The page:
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News Article

Gurkha engineers begin Musa Qaleh rebuilding process

27 Dec 07

Engineers from 69 Gurkha Field Squadron, 36 Engineer Regiment, have begun the process which will cement security in the troubled town of Musa Qaleh in Helmand province, southern Afghanistan.

Engineers from 69 Gurkha Field Squadron, 36 Engineer Regiment, build security for the new District Compound at Musa Qaleh [Picture: SAC Kimberley Waterson RAF] . Opens in a new window.

Engineers from 69 Gurkha Field Squadron, 36 Engineer Regiment, build security for the new District Compound at Musa Qaleh
[Picture: SAC Kimberley Waterson RAF]

The Gurkhas, normally based in Maidstone, Kent, have been tasked with constructing a perimeter fence and security sangars (observation towers) around the new District Compound in order to establish a safe area for the International Security Assistance Force (ISAF), Afghan National Army (ANA) and Afghan National Police (ANP) to operate from.

The security perimeter is constructed from 'Hesco Bastion' containers filled with 9,000 cubed metres of locally sourced aggregate. It will be topped off with barbed security wire and the sangars will require in excess of 5,000 sandbags to provide the necessary force protection.

Captain Dev Gurung, Officer Commanding the 25-strong Platoon, said:

"My primary task is the perimeter fence and the sangars; followed on by the life support, which is the sanitation and water."

Not all the stores required for the task are readily available, as Captain Gurung explained:

"Some critical stores which are not available in theatre are from the UK, but where possible we try to purchase locally using the resource system based in Kandahar and Camp Bastion."

Corporal Birendra Kambang from 69 Gurkha Field Squadron, 36 Engineer Regiment, at the new District Compound at Musa Qaleh [Picture: SAC Kimberley Waterson RAF] . Opens in a new window.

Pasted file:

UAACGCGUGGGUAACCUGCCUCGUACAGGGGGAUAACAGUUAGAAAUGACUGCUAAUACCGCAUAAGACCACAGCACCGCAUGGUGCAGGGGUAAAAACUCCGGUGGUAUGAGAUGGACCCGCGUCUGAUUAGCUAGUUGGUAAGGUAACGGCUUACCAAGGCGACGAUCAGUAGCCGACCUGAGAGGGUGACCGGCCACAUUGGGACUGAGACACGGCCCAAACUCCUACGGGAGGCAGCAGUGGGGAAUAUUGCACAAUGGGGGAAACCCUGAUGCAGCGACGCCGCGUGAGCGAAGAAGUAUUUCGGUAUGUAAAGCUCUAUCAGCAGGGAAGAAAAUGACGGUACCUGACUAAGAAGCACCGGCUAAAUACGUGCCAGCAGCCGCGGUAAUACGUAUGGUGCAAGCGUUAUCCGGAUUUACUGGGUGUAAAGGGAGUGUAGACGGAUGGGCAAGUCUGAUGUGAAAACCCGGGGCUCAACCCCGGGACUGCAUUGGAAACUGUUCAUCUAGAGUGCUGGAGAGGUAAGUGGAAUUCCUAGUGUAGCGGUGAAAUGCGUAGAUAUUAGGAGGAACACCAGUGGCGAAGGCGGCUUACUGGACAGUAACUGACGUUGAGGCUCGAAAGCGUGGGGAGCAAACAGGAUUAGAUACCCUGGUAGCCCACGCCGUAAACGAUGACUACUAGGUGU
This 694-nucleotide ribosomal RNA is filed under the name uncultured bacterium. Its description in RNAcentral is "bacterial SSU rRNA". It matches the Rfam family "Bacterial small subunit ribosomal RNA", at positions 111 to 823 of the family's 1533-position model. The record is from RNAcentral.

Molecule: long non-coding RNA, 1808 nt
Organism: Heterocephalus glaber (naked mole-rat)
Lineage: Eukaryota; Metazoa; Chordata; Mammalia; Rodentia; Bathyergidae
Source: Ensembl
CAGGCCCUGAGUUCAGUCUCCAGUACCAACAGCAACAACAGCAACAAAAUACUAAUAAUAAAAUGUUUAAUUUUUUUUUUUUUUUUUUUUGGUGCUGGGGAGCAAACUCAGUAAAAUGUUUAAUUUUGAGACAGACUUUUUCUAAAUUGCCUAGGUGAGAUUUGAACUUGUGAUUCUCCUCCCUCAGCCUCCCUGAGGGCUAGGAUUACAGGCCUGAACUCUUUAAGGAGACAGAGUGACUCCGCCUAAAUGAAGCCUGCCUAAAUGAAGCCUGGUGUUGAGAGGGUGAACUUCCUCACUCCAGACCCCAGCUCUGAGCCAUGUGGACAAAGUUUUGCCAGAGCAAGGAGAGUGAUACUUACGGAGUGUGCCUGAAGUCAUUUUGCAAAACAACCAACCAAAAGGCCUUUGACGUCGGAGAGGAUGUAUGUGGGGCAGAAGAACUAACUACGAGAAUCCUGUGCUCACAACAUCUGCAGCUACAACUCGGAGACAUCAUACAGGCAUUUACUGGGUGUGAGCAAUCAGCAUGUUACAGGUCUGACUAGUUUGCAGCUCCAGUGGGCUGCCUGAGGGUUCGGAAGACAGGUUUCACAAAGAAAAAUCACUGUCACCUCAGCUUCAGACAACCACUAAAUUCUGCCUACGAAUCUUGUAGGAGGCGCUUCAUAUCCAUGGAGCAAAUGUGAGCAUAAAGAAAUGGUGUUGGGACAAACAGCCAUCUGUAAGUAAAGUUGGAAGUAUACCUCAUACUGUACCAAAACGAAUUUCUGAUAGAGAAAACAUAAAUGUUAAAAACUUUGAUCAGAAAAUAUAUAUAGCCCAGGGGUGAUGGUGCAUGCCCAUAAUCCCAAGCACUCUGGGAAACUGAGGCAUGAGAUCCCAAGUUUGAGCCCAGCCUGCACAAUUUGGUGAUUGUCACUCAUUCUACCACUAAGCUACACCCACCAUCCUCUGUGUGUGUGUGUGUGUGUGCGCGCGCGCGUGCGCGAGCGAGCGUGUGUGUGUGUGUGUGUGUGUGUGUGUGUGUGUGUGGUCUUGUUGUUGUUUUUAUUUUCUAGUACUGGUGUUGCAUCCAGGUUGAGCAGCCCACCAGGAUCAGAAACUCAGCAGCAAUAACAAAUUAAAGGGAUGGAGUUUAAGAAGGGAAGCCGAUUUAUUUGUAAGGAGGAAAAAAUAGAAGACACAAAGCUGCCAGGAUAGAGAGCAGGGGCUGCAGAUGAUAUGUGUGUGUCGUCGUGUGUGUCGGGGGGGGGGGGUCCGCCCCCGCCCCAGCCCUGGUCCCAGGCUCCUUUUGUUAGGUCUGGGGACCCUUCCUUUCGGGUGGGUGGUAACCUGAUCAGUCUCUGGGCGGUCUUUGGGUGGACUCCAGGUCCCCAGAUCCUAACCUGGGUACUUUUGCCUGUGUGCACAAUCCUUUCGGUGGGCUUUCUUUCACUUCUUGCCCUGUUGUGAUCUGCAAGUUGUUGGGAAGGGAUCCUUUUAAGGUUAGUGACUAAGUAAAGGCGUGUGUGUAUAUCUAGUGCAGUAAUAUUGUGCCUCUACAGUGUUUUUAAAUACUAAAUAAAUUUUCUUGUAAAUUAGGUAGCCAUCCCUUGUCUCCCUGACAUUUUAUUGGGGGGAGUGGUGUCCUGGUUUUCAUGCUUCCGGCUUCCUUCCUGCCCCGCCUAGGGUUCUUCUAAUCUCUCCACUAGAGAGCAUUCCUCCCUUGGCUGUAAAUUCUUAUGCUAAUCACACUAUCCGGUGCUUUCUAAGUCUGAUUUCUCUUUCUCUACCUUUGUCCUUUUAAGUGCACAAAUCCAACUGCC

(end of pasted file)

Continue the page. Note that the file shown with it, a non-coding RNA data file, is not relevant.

Corporal Birendra Kambang from 69 Gurkha Field Squadron, 36 Engineer Regiment, at the new District Compound at Musa Qaleh
[Picture: SAC Kimberley Waterson RAF]

The Gurkhas are working hard to complete the task as quickly as possible. The hours are long, often moving material and stores well into the night. All the while, the threat of mortar, rocket and small arms fire is ever present adding impetus to the engineers' work.

Captain Gurung is on his fifth operational tour and he accepts that whilst every operational theatre is different, the challenge in Helmand has no comparison:

"The combined threat and engineering challenge is unsurpassed," he said, "almost definitely the hardest task I've ever had to deliver during my 20 years of service."

Once complete, the new district compound will be home to elements of the ANA along with their British mentors from Charlie Company, 2nd Battalion The Yorkshire Regiment (formerly The Green Howards). The unit's second in command, Major Mark Bower, is under no illusions about the size of the task he and his soldiers face:

An Engineer from 69 Gurkha Field Squadron, 36 Engineer Regiment, cooks dinner whilst the squadron is tasked with building security for the new District Compound at Musa Qaleh in northern Helmand, Afghanistan [Picture: SAC Kimberley Waterson RAF] . Opens in a new window.

An Engineer from 69 Gurkha Field Squadron, 36 Engineer Regiment, cooks dinner whilst the squadron is tasked with building security for the new District Compound at Musa Qaleh in northern Helmand, Afghanistan
[Picture: SAC Kimberley Waterson RAF]

"This is a huge engineering task to be achieved in a very short space of time," he explained, "but if the British mentors, along with the Afghan National Army, are able to influence this whole Musa Qaleh region which is very important to us, we need a firm base from which to work out of. So the engineers are absolutely essential in giving us that protected area to work out of, which has been the whole focus of our operations in the last two weeks."

The establishment of this District Compound signifies the commitment of ISAF in support of the ANA and the local population according to Major Bower:

"The Engineers are allowing the Afghan National Army to operate and remain in Musa Qaleh and that is what we need to get across to the civilians in this area - that we are here to stay."